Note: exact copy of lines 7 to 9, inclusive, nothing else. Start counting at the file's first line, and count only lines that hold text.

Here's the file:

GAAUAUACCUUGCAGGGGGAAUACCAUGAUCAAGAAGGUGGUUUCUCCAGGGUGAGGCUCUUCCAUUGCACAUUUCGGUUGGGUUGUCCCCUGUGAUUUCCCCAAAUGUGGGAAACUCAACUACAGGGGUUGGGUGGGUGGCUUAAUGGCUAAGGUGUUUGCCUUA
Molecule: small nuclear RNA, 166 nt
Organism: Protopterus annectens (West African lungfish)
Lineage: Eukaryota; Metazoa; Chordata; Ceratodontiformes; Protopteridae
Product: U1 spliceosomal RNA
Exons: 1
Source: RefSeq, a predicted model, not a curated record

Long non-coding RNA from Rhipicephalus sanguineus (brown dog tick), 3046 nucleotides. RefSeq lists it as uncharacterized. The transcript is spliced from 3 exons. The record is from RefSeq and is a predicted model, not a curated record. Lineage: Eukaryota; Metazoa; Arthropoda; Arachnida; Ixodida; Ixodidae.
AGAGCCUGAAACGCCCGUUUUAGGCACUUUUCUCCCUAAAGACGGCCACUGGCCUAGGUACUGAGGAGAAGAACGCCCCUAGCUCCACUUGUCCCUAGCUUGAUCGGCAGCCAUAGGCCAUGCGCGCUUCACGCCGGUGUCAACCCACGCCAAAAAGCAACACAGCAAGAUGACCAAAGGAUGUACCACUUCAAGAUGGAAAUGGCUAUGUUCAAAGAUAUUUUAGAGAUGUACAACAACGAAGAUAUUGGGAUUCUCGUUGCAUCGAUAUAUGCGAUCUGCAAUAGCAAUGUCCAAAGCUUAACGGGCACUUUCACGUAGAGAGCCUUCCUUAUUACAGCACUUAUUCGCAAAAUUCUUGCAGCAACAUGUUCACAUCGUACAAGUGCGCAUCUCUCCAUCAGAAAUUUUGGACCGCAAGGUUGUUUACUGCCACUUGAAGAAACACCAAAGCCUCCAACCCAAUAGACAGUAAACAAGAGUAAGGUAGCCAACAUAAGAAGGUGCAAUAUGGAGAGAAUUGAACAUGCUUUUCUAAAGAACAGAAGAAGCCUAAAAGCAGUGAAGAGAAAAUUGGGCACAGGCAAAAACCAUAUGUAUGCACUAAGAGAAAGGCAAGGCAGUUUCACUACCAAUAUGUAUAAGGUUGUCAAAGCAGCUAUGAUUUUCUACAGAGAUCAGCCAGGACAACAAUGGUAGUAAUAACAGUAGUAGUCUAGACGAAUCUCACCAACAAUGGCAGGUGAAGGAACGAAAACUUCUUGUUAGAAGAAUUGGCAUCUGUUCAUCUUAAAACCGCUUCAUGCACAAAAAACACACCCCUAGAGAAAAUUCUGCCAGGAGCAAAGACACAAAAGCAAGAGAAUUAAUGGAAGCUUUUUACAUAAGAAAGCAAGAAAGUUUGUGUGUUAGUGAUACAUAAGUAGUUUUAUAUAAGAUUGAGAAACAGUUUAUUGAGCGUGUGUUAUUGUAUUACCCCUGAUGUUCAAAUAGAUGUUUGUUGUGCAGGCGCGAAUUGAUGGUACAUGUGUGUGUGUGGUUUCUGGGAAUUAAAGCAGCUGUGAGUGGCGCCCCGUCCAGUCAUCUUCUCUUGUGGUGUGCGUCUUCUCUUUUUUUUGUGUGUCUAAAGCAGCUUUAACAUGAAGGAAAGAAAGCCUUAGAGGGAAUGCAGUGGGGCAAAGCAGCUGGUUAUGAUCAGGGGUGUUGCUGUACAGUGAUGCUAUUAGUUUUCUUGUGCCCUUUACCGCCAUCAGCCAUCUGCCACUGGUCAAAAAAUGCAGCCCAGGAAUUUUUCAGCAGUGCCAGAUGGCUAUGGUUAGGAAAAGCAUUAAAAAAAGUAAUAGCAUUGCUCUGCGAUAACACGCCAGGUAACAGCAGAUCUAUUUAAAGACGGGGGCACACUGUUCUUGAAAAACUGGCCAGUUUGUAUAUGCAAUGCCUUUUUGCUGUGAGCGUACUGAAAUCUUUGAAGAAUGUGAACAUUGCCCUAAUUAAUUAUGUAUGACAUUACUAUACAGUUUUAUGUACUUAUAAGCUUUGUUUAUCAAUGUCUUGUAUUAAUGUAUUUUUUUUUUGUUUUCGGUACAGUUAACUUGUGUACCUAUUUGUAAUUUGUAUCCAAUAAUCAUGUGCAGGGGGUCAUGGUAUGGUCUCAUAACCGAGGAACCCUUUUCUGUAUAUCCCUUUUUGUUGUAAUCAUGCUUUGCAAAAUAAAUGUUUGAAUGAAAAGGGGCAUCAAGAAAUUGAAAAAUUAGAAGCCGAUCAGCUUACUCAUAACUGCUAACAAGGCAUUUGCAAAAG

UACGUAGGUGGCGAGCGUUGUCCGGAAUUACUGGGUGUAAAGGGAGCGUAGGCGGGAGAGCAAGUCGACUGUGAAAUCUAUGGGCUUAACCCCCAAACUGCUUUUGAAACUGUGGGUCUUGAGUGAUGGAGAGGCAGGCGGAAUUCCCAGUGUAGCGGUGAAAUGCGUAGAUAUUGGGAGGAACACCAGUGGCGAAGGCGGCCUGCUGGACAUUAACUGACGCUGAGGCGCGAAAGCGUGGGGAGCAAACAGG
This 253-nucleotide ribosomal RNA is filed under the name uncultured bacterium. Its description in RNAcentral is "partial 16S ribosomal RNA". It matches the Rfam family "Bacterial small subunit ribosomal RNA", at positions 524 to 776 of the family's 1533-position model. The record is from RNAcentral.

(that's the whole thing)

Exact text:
Source: RefSeq, a predicted model, not a curated record

Long non-coding RNA from Rhipicephalus sanguineus (brown dog tick), 3046 nucleotides. RefSeq lists it as uncharacterized. The transcript is spliced from 3 exons. The record is from RefSeq and is a predicted model, not a curated record. Lineage: Eukaryota; Metazoa; Arthropoda; Arachnida; Ixodida; Ixodidae.
AGAGCCUGAAACGCCCGUUUUAGGCACUUUUCUCCCUAAAGACGGCCACUGGCCUAGGUACUGAGGAGAAGAACGCCCCUAGCUCCACUUGUCCCUAGCUUGAUCGGCAGCCAUAGGCCAUGCGCGCUUCACGCCGGUGUCAACCCACGCCAAAAAGCAACACAGCAAGAUGACCAAAGGAUGUACCACUUCAAGAUGGAAAUGGCUAUGUUCAAAGAUAUUUUAGAGAUGUACAACAACGAAGAUAUUGGGAUUCUCGUUGCAUCGAUAUAUGCGAUCUGCAAUAGCAAUGUCCAAAGCUUAACGGGCACUUUCACGUAGAGAGCCUUCCUUAUUACAGCACUUAUUCGCAAAAUUCUUGCAGCAACAUGUUCACAUCGUACAAGUGCGCAUCUCUCCAUCAGAAAUUUUGGACCGCAAGGUUGUUUACUGCCACUUGAAGAAACACCAAAGCCUCCAACCCAAUAGACAGUAAACAAGAGUAAGGUAGCCAACAUAAGAAGGUGCAAUAUGGAGAGAAUUGAACAUGCUUUUCUAAAGAACAGAAGAAGCCUAAAAGCAGUGAAGAGAAAAUUGGGCACAGGCAAAAACCAUAUGUAUGCACUAAGAGAAAGGCAAGGCAGUUUCACUACCAAUAUGUAUAAGGUUGUCAAAGCAGCUAUGAUUUUCUACAGAGAUCAGCCAGGACAACAAUGGUAGUAAUAACAGUAGUAGUCUAGACGAAUCUCACCAACAAUGGCAGGUGAAGGAACGAAAACUUCUUGUUAGAAGAAUUGGCAUCUGUUCAUCUUAAAACCGCUUCAUGCACAAAAAACACACCCCUAGAGAAAAUUCUGCCAGGAGCAAAGACACAAAAGCAAGAGAAUUAAUGGAAGCUUUUUACAUAAGAAAGCAAGAAAGUUUGUGUGUUAGUGAUACAUAAGUAGUUUUAUAUAAGAUUGAGAAACAGUUUAUUGAGCGUGUGUUAUUGUAUUACCCCUGAUGUUCAAAUAGAUGUUUGUUGUGCAGGCGCGAAUUGAUGGUACAUGUGUGUGUGUGGUUUCUGGGAAUUAAAGCAGCUGUGAGUGGCGCCCCGUCCAGUCAUCUUCUCUUGUGGUGUGCGUCUUCUCUUUUUUUUGUGUGUCUAAAGCAGCUUUAACAUGAAGGAAAGAAAGCCUUAGAGGGAAUGCAGUGGGGCAAAGCAGCUGGUUAUGAUCAGGGGUGUUGCUGUACAGUGAUGCUAUUAGUUUUCUUGUGCCCUUUACCGCCAUCAGCCAUCUGCCACUGGUCAAAAAAUGCAGCCCAGGAAUUUUUCAGCAGUGCCAGAUGGCUAUGGUUAGGAAAAGCAUUAAAAAAAGUAAUAGCAUUGCUCUGCGAUAACACGCCAGGUAACAGCAGAUCUAUUUAAAGACGGGGGCACACUGUUCUUGAAAAACUGGCCAGUUUGUAUAUGCAAUGCCUUUUUGCUGUGAGCGUACUGAAAUCUUUGAAGAAUGUGAACAUUGCCCUAAUUAAUUAUGUAUGACAUUACUAUACAGUUUUAUGUACUUAUAAGCUUUGUUUAUCAAUGUCUUGUAUUAAUGUAUUUUUUUUUUGUUUUCGGUACAGUUAACUUGUGUACCUAUUUGUAAUUUGUAUCCAAUAAUCAUGUGCAGGGGGUCAUGGUAUGGUCUCAUAACCGAGGAACCCUUUUCUGUAUAUCCCUUUUUGUUGUAAUCAUGCUUUGCAAAAUAAAUGUUUGAAUGAAAAGGGGCAUCAAGAAAUUGAAAAAUUAGAAGCCGAUCAGCUUACUCAUAACUGCUAACAAGGCAUUUGCAAAAG